Elvis Aaron Presley (1935-1977) was a rock and roll pioneer, with fans worldwide that refuse to forget him. His unique sound was influenced by country music, gospel singing, and rhythm and blues (R&B.) This month marks fifty-one years since his first studio recording. Find out why he's still the King of Rock and Roll at the following sites.
"Welcome to Elvis Presley's official web site, home of the undisputed King of Rock 'n' Roll and his beloved Graceland Mansion in Memphis, Tennessee!" On July 5, 1954, Elvis recorded his first album, and Memphis is commemorating the event with a celebration of fifty years of rock 'n' roll. Since much of the site deals with visiting Graceland, the best click for virtual visitors is All About Elvis which leads to a bio, billboard chart stats, Elvis quotes, great trivia games, e-cards and free computer wallpaper.
Elvis Number Ones is the companion website to the 2002 "ELVIS 30 #1 Hits" album. If your speakers are on, you will hear the introductory video playing at the top of the page, followed by cuts from each of the album's tracks. The audio control is at the bottom of the page, where you can skip from song to song, or from year to year. That's also where you'll find links to two Elvis games, a photo gallery, a huge selection of video clips, and short articles about Elvis' various artistic roles: musician, singer, composer, and movie star.
Although not as polished as the two previous sites, the Fifties Web is worth visiting for its coverage of Elvis' early years (scroll down to get to the bio.) Other fun clicks are four Elvis games (concentration, jigsaws and hangman) and the audio video clips that are sprinkled throughout. There is also a photo gallery, wallpaper pix for various screen sizes, and a time line of Elvis' life.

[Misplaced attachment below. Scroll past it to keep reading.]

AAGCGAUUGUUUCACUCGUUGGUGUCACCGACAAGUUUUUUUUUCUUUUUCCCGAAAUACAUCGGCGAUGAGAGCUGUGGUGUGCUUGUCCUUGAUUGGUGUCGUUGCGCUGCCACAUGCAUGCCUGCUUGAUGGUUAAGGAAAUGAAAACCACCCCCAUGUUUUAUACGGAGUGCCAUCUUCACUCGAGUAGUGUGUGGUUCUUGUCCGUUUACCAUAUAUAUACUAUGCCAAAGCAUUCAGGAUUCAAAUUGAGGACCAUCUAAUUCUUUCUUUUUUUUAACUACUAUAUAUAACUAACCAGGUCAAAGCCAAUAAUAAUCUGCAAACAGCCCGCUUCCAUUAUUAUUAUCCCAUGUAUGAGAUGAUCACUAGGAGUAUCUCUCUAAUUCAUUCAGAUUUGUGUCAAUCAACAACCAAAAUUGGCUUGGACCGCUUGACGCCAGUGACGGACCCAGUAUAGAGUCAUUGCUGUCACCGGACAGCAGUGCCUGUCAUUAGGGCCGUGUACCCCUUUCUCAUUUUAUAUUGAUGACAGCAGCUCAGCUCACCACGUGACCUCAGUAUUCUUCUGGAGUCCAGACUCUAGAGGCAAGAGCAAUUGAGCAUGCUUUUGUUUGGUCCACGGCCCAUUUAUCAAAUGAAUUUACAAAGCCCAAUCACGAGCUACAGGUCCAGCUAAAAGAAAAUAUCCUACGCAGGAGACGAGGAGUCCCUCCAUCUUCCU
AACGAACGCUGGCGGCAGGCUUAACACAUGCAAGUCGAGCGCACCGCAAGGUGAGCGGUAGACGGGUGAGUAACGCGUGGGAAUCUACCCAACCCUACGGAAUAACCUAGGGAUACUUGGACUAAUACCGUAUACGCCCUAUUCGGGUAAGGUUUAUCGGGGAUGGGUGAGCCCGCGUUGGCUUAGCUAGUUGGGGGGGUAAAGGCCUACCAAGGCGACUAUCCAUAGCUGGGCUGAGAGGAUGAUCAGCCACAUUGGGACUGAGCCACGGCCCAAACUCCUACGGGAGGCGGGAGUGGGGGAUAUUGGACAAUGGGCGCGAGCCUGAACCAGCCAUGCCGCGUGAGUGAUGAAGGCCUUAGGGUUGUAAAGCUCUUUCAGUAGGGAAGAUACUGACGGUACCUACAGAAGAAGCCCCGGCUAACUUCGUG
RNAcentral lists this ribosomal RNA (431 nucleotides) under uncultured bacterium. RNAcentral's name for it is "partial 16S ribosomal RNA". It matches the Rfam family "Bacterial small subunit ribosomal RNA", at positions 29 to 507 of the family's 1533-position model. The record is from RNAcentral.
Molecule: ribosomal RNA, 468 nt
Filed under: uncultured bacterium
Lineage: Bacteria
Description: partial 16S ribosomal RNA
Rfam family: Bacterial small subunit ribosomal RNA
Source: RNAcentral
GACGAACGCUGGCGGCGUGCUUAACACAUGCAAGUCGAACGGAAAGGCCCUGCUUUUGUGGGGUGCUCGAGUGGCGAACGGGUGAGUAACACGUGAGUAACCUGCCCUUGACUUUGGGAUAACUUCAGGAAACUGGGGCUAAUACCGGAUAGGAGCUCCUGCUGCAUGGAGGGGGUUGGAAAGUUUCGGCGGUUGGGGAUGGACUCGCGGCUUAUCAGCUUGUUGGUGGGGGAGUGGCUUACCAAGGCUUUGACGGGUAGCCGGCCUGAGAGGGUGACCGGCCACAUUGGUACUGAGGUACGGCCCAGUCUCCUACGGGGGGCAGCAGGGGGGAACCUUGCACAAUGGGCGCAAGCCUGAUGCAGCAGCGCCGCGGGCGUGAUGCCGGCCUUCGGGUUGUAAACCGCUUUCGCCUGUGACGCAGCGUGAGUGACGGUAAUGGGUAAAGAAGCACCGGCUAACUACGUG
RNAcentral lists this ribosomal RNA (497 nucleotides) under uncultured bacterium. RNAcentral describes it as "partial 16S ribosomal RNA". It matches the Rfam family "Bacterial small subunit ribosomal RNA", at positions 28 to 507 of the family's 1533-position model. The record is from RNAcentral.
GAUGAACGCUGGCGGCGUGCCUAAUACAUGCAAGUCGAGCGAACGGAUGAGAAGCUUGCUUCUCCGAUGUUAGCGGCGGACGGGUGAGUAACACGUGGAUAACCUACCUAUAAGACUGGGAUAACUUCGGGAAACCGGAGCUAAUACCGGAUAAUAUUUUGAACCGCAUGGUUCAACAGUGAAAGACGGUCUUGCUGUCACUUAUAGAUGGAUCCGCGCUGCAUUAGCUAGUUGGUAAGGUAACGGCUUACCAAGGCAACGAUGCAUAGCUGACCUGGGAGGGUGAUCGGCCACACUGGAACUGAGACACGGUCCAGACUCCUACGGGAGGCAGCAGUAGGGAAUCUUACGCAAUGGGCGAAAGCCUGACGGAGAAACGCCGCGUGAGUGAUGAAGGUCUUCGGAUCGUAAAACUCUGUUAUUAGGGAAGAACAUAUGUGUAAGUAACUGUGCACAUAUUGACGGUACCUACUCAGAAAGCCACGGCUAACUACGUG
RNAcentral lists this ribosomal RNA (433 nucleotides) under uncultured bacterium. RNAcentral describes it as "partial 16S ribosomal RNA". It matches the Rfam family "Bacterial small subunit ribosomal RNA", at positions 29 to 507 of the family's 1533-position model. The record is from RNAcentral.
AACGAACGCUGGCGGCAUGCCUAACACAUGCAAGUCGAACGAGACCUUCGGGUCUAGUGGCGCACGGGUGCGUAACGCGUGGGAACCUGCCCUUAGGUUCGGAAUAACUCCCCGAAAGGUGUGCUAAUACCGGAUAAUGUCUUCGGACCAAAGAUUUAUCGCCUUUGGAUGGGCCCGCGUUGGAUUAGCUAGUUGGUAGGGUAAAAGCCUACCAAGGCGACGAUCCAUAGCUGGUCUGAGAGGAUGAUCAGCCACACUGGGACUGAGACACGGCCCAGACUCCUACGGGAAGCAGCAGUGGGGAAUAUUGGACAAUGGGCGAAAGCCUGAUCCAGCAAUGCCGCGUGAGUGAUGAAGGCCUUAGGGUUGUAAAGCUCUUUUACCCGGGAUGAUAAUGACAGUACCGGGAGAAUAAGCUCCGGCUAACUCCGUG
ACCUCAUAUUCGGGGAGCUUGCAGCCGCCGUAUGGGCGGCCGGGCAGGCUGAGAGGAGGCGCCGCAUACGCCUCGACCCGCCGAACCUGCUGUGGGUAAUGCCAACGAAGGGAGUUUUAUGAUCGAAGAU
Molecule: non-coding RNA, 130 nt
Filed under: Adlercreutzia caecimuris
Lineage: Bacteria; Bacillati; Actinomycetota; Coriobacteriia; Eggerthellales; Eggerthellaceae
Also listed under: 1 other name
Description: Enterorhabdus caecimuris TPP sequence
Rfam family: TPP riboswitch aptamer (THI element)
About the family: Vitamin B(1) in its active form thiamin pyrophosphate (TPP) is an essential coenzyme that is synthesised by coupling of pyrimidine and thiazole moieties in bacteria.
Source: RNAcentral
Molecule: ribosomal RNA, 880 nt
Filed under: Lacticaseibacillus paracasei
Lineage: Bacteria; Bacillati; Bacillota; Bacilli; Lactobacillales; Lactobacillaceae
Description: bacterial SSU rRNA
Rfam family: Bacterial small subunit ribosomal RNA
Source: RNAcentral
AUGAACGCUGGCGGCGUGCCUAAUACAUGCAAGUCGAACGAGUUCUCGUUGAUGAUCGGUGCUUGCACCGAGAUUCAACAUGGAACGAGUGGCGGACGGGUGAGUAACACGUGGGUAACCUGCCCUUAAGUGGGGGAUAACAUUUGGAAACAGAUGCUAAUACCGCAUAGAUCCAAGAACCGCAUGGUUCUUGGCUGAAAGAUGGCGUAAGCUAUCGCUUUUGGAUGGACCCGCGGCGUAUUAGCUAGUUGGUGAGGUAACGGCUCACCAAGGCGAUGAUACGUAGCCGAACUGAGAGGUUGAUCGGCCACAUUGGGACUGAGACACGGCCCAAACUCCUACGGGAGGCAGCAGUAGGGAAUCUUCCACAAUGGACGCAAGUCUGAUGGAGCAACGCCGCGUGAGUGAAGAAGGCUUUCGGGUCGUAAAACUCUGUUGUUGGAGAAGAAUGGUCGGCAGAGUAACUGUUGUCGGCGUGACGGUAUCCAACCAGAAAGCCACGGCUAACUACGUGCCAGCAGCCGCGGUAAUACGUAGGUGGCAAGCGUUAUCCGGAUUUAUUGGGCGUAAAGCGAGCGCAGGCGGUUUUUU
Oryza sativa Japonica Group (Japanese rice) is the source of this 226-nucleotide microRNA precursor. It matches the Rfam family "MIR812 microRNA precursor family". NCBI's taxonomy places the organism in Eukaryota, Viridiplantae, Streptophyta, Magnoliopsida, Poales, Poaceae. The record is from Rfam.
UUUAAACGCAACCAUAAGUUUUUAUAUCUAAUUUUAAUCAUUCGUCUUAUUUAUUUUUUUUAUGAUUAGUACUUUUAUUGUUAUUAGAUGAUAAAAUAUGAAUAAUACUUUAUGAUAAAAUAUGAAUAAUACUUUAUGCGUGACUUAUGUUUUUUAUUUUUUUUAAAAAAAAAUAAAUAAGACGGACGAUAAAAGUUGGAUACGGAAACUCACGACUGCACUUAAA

"Elvis Presley met President Richard M. Nixon in the Oval Office in December 1970. A photograph of that meeting is one of the most famous in the holdings of the National Archives. Through the original letters and memorandums written by Presley and the White House staff, this exhibit tells the behind-the-scenes story of how the meeting was arranged." This is a great story, and the National Archives does a great job telling it. The only thing missing is a picture of the badge that Nixon's staff gave Elvis. What badge? You'll have to visit the exhibit to find out.
In 1997, on the twentieth anniversary of Elvis' death, PBS' NewsHour radio show did a two-part Elvis tribute. This site has the those shows in RealPlayer format, along with an illustrated transcript. I highly recommend listening to the audio, because the transcript alone is a bit hard to follow. Because of his gyrating hips, censorship "became a roadblock in Elvis' TV career." As you learn about how the television censors reacted to Elvis in the fifties, think about the kind of musical performances you see on TV today.